"Traitor", the guardman murmured as Tyan passed by. Tyan stopped, and turned his head to look at the man. It was a young lad, probably eighteen or nineteen years old, and he was flying Cadomyr colors and the typical guard uniform. The lad pretended to not notice Tyan's gaze, and spat on the hot stone floor. Tyan moved on. He passed the marketplace and went to Molitor, whom he still supplied from time to time. Fulfilling orders for the caravans had always been lucrative, and Tyan had always thought of Molitor as a friend. However, conversations had become more formal and less jovial since Tyan had moved to Galmair, even with those individuals he had formerly known well throughout Rosaline Edward's realm.
"Ten sapphire rings, as ordered. Thank you, Masines", Molitor said and took the fulfileld order down in his books. Once he got paid, Tyan thought to do some small-talk, catch up with the merchant.
"How's the wife and kids?", he asked. Molitor nodded.
"Happy and healthy. Dread the coming of Mas", the merchant answered.
Tyan nodded as well. There was a moment of awkward silence between them.
"Well, I gotta go", Tyan finally said with a light smile on his lips and went to leave. Molitor waved goodbye and turned his attention back to his bookkeeping after. The marchant's reaction was represenatative for most people around Cadomyr, when Tyan conversed with them. Distant. Sometimes even cold. As if putting your name down on the citizen's list of another town suddenly turned you into a new person, an entirely new character.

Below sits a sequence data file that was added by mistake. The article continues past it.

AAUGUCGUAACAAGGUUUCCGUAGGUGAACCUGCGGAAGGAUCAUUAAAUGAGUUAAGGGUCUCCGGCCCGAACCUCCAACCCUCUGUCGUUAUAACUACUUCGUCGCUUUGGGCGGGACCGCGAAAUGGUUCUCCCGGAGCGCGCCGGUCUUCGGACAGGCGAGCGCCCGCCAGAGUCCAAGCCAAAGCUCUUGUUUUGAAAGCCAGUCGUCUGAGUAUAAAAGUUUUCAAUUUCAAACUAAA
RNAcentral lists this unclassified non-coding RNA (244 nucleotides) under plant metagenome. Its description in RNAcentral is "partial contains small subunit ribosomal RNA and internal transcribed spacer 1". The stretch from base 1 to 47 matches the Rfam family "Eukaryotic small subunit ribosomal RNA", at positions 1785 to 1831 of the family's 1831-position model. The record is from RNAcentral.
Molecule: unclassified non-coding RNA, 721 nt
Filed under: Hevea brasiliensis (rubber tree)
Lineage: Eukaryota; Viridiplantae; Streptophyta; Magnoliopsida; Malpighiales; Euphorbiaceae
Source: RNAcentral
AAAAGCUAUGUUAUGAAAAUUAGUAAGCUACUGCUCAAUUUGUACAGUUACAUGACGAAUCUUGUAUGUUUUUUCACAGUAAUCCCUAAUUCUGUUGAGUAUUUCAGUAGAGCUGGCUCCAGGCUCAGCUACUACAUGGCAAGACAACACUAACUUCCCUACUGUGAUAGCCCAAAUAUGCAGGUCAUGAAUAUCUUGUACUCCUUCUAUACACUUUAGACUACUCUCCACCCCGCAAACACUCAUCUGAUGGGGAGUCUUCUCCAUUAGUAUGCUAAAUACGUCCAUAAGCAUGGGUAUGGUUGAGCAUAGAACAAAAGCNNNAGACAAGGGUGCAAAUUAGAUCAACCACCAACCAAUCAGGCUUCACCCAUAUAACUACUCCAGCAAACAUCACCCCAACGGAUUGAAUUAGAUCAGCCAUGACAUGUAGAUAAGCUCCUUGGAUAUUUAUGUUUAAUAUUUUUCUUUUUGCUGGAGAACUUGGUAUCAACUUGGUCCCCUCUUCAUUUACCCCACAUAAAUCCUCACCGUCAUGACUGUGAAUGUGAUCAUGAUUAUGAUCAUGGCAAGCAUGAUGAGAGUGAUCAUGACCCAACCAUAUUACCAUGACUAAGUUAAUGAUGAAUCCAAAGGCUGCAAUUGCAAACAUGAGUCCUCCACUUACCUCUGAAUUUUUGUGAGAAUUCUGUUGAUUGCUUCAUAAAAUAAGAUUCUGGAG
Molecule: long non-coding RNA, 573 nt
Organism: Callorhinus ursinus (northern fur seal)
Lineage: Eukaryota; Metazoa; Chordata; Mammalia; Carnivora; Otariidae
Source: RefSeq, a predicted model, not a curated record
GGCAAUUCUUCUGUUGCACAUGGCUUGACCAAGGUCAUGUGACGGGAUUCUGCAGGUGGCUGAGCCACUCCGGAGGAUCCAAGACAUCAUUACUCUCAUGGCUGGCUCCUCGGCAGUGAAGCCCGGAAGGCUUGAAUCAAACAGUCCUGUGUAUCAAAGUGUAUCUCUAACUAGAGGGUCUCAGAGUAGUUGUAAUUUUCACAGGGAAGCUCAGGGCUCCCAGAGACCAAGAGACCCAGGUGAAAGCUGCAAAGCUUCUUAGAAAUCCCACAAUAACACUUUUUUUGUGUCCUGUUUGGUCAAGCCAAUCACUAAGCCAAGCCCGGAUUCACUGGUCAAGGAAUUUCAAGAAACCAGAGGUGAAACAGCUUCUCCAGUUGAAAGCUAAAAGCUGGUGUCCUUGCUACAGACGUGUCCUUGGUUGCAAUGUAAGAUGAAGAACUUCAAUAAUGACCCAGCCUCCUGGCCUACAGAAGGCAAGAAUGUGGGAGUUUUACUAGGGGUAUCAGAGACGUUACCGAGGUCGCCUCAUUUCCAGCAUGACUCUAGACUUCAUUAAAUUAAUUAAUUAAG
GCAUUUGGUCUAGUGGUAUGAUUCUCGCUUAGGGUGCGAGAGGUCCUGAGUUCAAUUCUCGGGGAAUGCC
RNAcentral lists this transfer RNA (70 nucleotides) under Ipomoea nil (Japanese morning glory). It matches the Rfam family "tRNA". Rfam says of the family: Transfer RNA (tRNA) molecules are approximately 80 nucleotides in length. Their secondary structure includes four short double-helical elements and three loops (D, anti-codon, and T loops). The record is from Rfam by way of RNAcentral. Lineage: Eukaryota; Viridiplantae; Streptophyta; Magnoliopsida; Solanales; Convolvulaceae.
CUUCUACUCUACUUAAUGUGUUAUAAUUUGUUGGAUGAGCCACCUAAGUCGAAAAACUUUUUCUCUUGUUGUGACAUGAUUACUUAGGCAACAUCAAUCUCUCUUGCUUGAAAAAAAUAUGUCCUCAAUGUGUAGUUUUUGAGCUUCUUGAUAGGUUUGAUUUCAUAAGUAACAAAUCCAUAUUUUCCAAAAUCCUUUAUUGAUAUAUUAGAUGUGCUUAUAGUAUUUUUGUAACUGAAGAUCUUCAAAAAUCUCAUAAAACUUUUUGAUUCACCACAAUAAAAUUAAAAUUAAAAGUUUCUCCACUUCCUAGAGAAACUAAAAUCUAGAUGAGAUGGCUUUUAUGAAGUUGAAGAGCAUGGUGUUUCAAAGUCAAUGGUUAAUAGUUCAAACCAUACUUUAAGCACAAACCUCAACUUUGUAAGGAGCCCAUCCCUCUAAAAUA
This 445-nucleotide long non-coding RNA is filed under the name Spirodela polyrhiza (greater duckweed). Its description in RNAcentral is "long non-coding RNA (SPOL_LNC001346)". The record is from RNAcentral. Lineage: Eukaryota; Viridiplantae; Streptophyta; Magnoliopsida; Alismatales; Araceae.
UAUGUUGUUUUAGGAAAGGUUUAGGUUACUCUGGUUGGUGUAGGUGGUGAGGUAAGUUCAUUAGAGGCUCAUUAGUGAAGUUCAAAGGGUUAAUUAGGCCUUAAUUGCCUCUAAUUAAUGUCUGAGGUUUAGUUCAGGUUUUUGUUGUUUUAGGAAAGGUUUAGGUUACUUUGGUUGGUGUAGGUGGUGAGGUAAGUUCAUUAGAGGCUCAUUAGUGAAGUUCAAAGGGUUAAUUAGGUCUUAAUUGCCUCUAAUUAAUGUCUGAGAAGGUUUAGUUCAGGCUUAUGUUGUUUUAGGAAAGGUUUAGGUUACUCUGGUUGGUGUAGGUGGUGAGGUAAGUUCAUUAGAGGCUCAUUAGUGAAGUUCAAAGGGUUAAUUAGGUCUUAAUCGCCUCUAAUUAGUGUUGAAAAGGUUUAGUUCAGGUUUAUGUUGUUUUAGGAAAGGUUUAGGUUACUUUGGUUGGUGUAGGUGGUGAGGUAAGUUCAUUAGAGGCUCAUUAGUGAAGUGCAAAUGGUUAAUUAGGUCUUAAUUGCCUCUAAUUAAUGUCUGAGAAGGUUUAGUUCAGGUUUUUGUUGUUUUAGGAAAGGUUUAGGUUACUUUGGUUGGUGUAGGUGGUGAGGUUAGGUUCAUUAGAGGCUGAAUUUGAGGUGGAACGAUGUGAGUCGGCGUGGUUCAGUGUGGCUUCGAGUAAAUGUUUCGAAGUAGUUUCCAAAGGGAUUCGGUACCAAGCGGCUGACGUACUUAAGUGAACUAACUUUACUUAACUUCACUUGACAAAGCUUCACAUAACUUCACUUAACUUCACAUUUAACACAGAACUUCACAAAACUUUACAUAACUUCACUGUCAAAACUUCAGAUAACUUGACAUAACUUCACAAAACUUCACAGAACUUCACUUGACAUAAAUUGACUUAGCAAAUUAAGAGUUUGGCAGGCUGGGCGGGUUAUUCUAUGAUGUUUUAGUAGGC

Maybe it did.
Tyan felt it as well. Sure, there weren't many people of his 'old crew' left in Cadomyr and those who were actually still around had grown distant even before his relocation to Galmair. He respected S'rrt and hoped the lizardman would always share that feeling, but they were hardly 'brothers'. Their relationship had always been rather practical, focused on both their duty in Cadomyr. As for other people, the divide between him and Annabeth was widely known, Sarney had only rose to power during the time of Tyan's absence, Guy had left for Galmair, Salathe had left for gods-know-where -- and then there was Kraex.
Both of them had orbited Salathe back when the refugees were still pouring into Illarion, and had become the founders and leaders of the Crimson Order. Salathe had been Grandmaster, having the last say. Although the three of them had always been equal, naturally Tyan and Kraex had bonded more to one another than any of them had bonded to Salathe. This was true for Tyan at least, as he could not speak for the orc. It was probably for that reason that the two of them were still able to jest and talk normally, something Tyan could no longer do with other Cadomyrians. Tyan had asked Kraex to move as well, of course, but the strict No of the orc had quickly confirmed Tyan's expectations: Kraex was, above all, loyal. And different than Tyan, who would drop loyalties if those he granted them would screw him over, whereas Kraex seemed to possess true loyalty. Serving your superior well when serving was easy was something most people could do.
True loyalty was determined in times of dire trouble.
In a way, Tyan was a traitor and he knew it. He had not shared anything from Cadomyr that had been discussed behind closed doors with his new affiliates from Galmair, true, but then, he had not been inside the inner circle of power in Cadomyr anymore anyways. He was not a traitor to Rosaline's realm, but a traitor to himself. To the oath he had once sworn before the altar of Zhambra. One could claim it had been an oath for the Crimson Order -- and the Crimson Order was no more -- but it would still be a holy vow he had broken. For himself, closure of this flaw had already been provided: Before his long absence, he had thrown the holy sword of Zhambra, one that had been granted to him by one of the god's avatars during an expedition, in front of Her Majesty's feet. Back then, he had aknowledged that he was not worthy of the weapon or what it symbolized, for the official and personal vows he had broken. Zhambra was about loyalty, and strictly speaking, Tyan was not a loyal individual. Not in Cadomyrian terms. He knew this now, but he had tried to hide it.
Even from himself.